The interaction of man-made materials with biological systems - e.g. cells,
tissues organs - is an important issue, especially for products in the fields of
medicine, food, cosmetics and other consumer products.
The new possibilities offered by nanotechnology will, most likely, lead to an
increase in contact with living systems. New products and applications will
interact with the surrounding tissue in two ways: They will bring about the
desired effect(s) of e.g. medical applications such as bone replacements or
artificial heart valves; they might, however, also exert an unwanted - i.e.,
negative - impact, e.g. through unintended ingestion or inhalation of
The consequences of these "side effects" must be studied in detail as we have
to know how to handle nanomaterials in their specific applications. To provide
answers on questions such as the stability of nanomaterials within the human
body, the chances of exposure during the use of "nano-products" or the
biological mechanisms that may be induced by nanoparticles or nanomaterials to
the general public and to the various stakeholders involved is a key requirement
if the research community is to introduce nanotechnology in a responsible
In our laboratory, we try to provide answers to these issues by
focusing on three different topics:
- The basic mechanisms of cellular responses to new materials - CellBio@Interfaces
- The use of new materials for medical applications - MaTisMed
- The possible risks through interactions of nanoparticles with human cells
and tissues - Nanointercell
The first topic comprises the development of cellular systems and monitoring
tools for the characterisation of cell-material interactions. We thus study the
behaviour, status and health of thousands or millions of cells in culture
systems. A more precise understanding of minute differences between individual
cells or cell types could lead to better treatments for diseases and a more
predictable design for cell-based sensors as well as for tissue engineering
The second topic is to define and refine materials and material surfaces in
such a way that cell migration, proliferation and differentiation can be
controlled according to the final function an implant has to fulfil.
For this purpose, we try to model the in vivo situation as closely as
possible using cell lines and primary cells of different species, preferentially
human cells. These models are being used to investigate how chemical
composition, structure, the release of bioactive substances and applied forces
at the cell-material interface influence cellular performance.
Thirdly, we are interested in the impact of nanomaterials on living systems,
as several engineered nanomaterials (ENMs) such as carbon nanotubes (CNT), metal
oxides or metal nanoparticles are already produced on an industrial scale and
used in a huge variety of products.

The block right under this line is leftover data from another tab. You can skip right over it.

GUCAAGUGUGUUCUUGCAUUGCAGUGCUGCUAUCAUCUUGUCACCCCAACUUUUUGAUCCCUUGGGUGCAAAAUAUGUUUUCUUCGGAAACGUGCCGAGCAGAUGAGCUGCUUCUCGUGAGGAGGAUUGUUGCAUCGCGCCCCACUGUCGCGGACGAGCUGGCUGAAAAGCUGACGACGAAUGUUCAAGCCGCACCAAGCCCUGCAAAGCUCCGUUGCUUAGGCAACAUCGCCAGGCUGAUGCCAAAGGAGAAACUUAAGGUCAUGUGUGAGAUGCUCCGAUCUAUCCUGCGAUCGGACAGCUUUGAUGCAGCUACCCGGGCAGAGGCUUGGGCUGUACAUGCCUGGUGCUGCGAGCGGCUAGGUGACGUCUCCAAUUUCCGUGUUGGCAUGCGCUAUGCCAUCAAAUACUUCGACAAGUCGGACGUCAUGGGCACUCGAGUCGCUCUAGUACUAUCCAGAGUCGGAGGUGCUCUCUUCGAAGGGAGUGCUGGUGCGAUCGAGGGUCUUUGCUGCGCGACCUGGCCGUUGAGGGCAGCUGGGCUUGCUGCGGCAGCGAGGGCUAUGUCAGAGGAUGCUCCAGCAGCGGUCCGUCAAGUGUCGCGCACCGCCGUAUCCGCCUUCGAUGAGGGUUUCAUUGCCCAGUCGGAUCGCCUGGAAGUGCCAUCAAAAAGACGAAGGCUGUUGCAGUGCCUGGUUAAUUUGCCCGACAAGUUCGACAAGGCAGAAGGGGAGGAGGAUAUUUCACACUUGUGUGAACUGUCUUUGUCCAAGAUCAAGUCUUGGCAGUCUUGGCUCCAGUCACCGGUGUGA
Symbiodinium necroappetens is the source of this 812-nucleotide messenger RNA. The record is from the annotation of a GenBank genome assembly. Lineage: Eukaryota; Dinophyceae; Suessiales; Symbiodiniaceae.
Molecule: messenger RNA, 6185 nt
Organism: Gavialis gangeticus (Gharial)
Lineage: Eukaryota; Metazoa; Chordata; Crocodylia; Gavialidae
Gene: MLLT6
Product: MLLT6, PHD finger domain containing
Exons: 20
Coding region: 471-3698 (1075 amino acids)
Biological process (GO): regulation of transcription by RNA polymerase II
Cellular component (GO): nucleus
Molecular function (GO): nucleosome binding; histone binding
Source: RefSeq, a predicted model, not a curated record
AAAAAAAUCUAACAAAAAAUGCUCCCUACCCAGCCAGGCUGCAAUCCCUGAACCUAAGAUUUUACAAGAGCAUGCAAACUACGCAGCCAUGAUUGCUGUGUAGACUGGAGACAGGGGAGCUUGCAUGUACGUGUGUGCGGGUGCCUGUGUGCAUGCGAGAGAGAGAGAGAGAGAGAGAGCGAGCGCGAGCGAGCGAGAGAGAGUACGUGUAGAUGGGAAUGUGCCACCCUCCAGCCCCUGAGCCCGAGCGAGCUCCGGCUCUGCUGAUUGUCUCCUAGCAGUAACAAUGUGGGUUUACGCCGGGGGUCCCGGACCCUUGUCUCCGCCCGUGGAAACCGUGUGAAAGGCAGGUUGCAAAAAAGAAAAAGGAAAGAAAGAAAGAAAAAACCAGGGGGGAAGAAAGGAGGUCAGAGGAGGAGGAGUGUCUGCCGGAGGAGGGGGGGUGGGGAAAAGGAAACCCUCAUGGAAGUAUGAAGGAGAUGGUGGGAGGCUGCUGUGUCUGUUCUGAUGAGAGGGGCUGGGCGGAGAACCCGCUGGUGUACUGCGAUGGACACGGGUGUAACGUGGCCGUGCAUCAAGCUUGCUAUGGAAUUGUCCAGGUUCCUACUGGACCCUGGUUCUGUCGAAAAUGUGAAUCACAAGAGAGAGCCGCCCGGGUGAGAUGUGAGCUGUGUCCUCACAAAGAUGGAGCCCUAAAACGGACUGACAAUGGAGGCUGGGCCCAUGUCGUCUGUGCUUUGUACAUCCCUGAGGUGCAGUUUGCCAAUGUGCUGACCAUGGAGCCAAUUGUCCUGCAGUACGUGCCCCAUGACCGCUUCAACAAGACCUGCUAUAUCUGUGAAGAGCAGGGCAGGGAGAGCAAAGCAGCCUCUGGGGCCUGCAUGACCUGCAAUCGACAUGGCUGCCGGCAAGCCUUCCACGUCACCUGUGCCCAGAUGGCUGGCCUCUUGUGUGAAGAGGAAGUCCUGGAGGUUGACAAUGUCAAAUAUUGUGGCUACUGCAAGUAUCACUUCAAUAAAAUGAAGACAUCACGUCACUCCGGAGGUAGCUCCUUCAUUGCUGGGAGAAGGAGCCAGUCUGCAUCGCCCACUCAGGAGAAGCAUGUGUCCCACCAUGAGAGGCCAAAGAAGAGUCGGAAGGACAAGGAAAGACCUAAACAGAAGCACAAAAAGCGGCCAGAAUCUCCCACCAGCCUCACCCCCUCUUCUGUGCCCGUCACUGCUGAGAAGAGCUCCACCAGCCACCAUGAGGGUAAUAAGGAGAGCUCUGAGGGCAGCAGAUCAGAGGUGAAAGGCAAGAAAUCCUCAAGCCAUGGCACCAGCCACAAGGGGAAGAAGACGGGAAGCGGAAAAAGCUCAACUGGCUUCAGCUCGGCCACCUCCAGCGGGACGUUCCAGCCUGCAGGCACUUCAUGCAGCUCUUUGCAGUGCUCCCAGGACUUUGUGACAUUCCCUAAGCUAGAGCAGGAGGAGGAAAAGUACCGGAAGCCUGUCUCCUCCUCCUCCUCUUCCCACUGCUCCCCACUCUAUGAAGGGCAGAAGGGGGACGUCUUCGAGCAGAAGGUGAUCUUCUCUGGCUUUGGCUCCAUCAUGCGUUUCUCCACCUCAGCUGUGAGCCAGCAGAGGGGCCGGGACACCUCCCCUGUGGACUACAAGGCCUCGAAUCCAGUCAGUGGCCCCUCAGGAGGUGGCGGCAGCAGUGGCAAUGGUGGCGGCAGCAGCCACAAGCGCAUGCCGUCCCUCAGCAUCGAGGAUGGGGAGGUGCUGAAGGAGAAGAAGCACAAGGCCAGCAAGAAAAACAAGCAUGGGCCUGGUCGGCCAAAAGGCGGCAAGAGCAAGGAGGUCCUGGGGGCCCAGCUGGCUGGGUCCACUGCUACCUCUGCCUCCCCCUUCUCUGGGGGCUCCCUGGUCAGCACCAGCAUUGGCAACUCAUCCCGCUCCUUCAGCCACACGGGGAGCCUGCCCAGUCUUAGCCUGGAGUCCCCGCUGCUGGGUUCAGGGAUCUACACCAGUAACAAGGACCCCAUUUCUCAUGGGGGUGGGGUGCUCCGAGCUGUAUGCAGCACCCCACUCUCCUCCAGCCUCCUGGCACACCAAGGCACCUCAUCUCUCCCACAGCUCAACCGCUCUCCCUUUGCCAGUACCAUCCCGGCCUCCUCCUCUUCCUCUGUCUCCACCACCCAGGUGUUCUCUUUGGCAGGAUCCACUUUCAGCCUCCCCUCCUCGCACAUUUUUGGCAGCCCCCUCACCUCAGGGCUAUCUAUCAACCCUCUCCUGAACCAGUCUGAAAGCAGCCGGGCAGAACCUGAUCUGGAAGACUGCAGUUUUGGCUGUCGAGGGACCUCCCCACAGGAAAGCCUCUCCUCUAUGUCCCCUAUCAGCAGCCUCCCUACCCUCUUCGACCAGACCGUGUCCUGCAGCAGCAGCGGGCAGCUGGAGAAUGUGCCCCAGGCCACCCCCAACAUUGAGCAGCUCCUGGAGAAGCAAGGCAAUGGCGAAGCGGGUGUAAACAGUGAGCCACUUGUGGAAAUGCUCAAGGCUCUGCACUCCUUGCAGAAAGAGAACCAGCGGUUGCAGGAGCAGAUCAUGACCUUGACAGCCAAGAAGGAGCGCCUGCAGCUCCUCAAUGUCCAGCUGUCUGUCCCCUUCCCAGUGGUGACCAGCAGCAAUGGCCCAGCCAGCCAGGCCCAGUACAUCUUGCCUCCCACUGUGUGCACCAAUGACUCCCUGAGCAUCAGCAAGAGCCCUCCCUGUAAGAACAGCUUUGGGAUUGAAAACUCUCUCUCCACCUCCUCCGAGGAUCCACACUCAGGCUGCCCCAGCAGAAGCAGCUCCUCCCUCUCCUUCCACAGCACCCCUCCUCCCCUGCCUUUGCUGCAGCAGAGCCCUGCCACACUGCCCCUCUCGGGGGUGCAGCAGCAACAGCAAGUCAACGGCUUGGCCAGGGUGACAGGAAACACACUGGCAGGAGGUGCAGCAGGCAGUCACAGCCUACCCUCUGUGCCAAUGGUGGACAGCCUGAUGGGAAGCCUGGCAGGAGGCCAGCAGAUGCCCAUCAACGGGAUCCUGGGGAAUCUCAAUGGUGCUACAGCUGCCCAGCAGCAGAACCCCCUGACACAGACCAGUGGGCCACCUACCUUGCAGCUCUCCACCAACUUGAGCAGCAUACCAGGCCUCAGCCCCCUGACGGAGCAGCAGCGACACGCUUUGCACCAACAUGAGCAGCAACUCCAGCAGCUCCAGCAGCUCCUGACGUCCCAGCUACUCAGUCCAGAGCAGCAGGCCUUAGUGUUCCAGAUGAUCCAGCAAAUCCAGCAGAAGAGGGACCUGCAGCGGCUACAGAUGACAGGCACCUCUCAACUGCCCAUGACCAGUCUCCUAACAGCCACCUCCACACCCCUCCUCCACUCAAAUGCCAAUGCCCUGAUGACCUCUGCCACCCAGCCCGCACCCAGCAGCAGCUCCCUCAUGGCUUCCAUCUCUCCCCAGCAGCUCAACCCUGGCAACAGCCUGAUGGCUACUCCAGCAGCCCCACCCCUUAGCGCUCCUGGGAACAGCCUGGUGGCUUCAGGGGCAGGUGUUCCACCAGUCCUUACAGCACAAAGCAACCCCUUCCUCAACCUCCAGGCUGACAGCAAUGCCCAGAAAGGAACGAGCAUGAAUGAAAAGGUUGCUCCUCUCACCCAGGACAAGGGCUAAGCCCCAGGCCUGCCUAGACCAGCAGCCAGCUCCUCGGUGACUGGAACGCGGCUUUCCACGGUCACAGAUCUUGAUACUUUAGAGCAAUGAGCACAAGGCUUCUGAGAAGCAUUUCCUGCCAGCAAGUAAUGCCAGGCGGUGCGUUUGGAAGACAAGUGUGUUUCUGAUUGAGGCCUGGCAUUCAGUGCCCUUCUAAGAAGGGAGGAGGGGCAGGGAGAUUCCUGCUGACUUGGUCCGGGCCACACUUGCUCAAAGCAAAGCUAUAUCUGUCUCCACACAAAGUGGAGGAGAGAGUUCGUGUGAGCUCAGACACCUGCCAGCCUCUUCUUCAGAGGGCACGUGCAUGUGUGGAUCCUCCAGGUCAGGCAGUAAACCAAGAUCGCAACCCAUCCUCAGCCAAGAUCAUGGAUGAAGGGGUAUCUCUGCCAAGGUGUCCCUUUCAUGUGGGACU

Their potential impact on health and environment is still controversial. Yet,
it is still unknown to what extent ENMs are able to adversely affect biological
processes. With our activities, most of which are embedded in and coordinated
with a world-wide network of experts, we want to actively contribute to a safe
and sustainable development of nanotechnology.
The open questions in relation to nanoparticles and their possible risks are
many. One of the most important challenges is the dependency of biological
effects on the properties of the nanoparticles in question, especially their
size, surface properties and chemical composition.
Moreover, biological effects may vary tremendously depending on the different
uptake routes (lung, gut, skin), or tissues and organ systems such as the immune
system, neurons, macrophages or the liver may exhibit completely different
reactions in response to nanomaterial X, Y or Z.
The complexity of this field makes it very difficult to focus on all these
questions simultaneously. The only way of tackling these issues is through an
"integrated approach", an international network of research groups and
institutes that complement each other, exchange data and results and,
eventually, assemble the separate pieces of the puzzle into a coherent framework
of knowledge and expertise.
We are, therefore, actively engaged in the following expert groups and
network (not a research project) that will
- Facilitate collaboration between projects
- Communicate results to stakeholders and their needs back to researchers
- Help implement the EU's Action Plan for Nanotechnology
NanoMMUNE: FP7 research project that will
- the synthesis and detailed characterization of representative classes of
- the monitoring of potential hazardous effects by in vitro and in vivo
- transcriptomics and oxidative lipidomics to determine nanotoxic signatures.
- risk assessment of potential adverse effects of ENs on human health.
DaNa: a German initiative together with Switzerland and Austria on the
- Acquisition, evaluation and broad-based illustration of societal relevant
data and findings of nanomaterials
Copyright AZoNano.com, Professor Harald F. Krug